APTA has updated its Medicare Physician Fee Schedule FAQ to
clarify the impact of the multiple procedure payment reduction (MPPR) on
payment for therapy services.
Set to be implemented on April 1, the provision applies the
MPPR to therapy services at 50%, up from 20% for office settings and 25% for
facility settings. APTA estimates
the application of a 50% MPPR policy will reduce payments by approximately 6-7%
in aggregate for outpatient therapy services. This reduction will be partially
offset by a 4% increase in practice expense that resulted from the Centers for
Medicare and Medicaid Services' use of new survey data of practice expenses
conducted by APTA. The impact of the MPPR reduction on individual practices and
facilities will vary depending on the CPT codes billed and the typical duration
of the therapy sessions. To determine the impact on your practice, refer to APTA’s MPPR calculator, which can be used to determine payment rates for 2012 and
APTA will advocate to fix this flawed policy. The
association soon will call on APTA members to help in this effort.
The Centers for Medicare and Medicaid Services (CMS) has
further clarified the regulations on the new functional limitation reporting
requirements that were included in transmittal R2622CP and a new Medicare Learning Network resource. CMS was mandated to collect information on claim
forms regarding beneficiaries' function and condition, therapy services furnished,
and outcomes achieved on patient function by the Middle Class Tax Relief Act of
2012. All practice settings that provide outpatient therapy services must
include this information on the claim form. These new functional limitation
reporting requirements were implemented on January 1. To ensure a smooth
transition, CMS sets forth a testing period January 1-July 1. After July 1,
claims submitted without the appropriate G-codes and modifiers will be returned
The major points of clarification include:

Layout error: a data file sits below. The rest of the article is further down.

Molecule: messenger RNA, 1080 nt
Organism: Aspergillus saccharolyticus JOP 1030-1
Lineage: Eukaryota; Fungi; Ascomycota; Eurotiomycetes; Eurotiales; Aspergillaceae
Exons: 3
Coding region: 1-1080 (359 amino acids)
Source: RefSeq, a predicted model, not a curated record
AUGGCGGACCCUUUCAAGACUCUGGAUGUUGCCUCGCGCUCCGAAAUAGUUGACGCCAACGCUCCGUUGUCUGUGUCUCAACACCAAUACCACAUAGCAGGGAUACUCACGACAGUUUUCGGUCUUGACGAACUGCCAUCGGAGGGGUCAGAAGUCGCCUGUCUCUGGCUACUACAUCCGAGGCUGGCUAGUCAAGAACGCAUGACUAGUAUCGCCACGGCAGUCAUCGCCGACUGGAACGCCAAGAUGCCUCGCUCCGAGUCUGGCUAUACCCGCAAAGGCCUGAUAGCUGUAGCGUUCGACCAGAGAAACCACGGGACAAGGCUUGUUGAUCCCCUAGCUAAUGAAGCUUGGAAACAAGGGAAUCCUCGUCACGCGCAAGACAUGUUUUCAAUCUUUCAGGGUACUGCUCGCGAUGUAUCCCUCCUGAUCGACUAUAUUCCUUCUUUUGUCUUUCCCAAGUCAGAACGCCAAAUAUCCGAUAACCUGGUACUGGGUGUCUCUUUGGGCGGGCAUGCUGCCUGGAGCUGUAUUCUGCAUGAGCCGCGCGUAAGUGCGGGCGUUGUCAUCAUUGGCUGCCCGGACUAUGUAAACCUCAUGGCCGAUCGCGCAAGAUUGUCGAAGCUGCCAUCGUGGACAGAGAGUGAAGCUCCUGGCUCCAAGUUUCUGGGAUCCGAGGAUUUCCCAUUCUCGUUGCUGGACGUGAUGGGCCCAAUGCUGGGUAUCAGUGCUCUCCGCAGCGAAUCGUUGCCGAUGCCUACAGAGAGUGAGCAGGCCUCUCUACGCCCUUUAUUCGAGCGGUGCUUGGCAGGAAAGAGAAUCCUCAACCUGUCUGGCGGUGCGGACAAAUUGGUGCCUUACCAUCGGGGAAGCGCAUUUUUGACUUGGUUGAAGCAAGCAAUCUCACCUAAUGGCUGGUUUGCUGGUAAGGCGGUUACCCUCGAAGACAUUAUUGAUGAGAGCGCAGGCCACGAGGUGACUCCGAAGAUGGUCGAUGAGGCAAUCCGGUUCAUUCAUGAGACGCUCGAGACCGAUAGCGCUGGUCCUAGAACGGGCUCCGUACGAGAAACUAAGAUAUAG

Additionally, CMS has released revisions to the Medicare Benefit Policy Manual that include the functional
limitation reporting requirements (see related article titled "CMS
Releases Updates to the Medicare Benefit Policy Manual").
APTA has posted links to these documents on its functional limitation reporting webpage. The association also has updated the FAQ
posted on the webpage, which provides resources to help members meet this new
The Centers for Medicare and Medicaid Services (CMS) has
revised the Medicare Benefit Policy Manual to include a change to the progress note requirement,
which now is required at either a date chosen by the clinician or the 10th
treatment day, whichever is shorter. Additionally, there is a new section
dedicated the functional limitation reporting requirements that were implemented on
January 1. Therapists are required to include functional limitation reporting
information in their documentation. The functional impairments identified and
expressed in the long-term treatment goals must be consistent with those used
in the claims-based functional reporting using nonpayable G-codes and severity
modifiers for services furnished on or after January 1. For more information,
visit APTA's functional limitation reporting webpage.
On Thursday, Sen Mark Kirk (R-IL) returned to Capitol Hill
for the first time since having a stroke in January 2012 that paralyzed the
left side of his body. Kirk climbed the steps to the Capitol using a 4-prong
cane and assisted by Vice President Joe Biden and Sen Joe Manchin (D-WV) while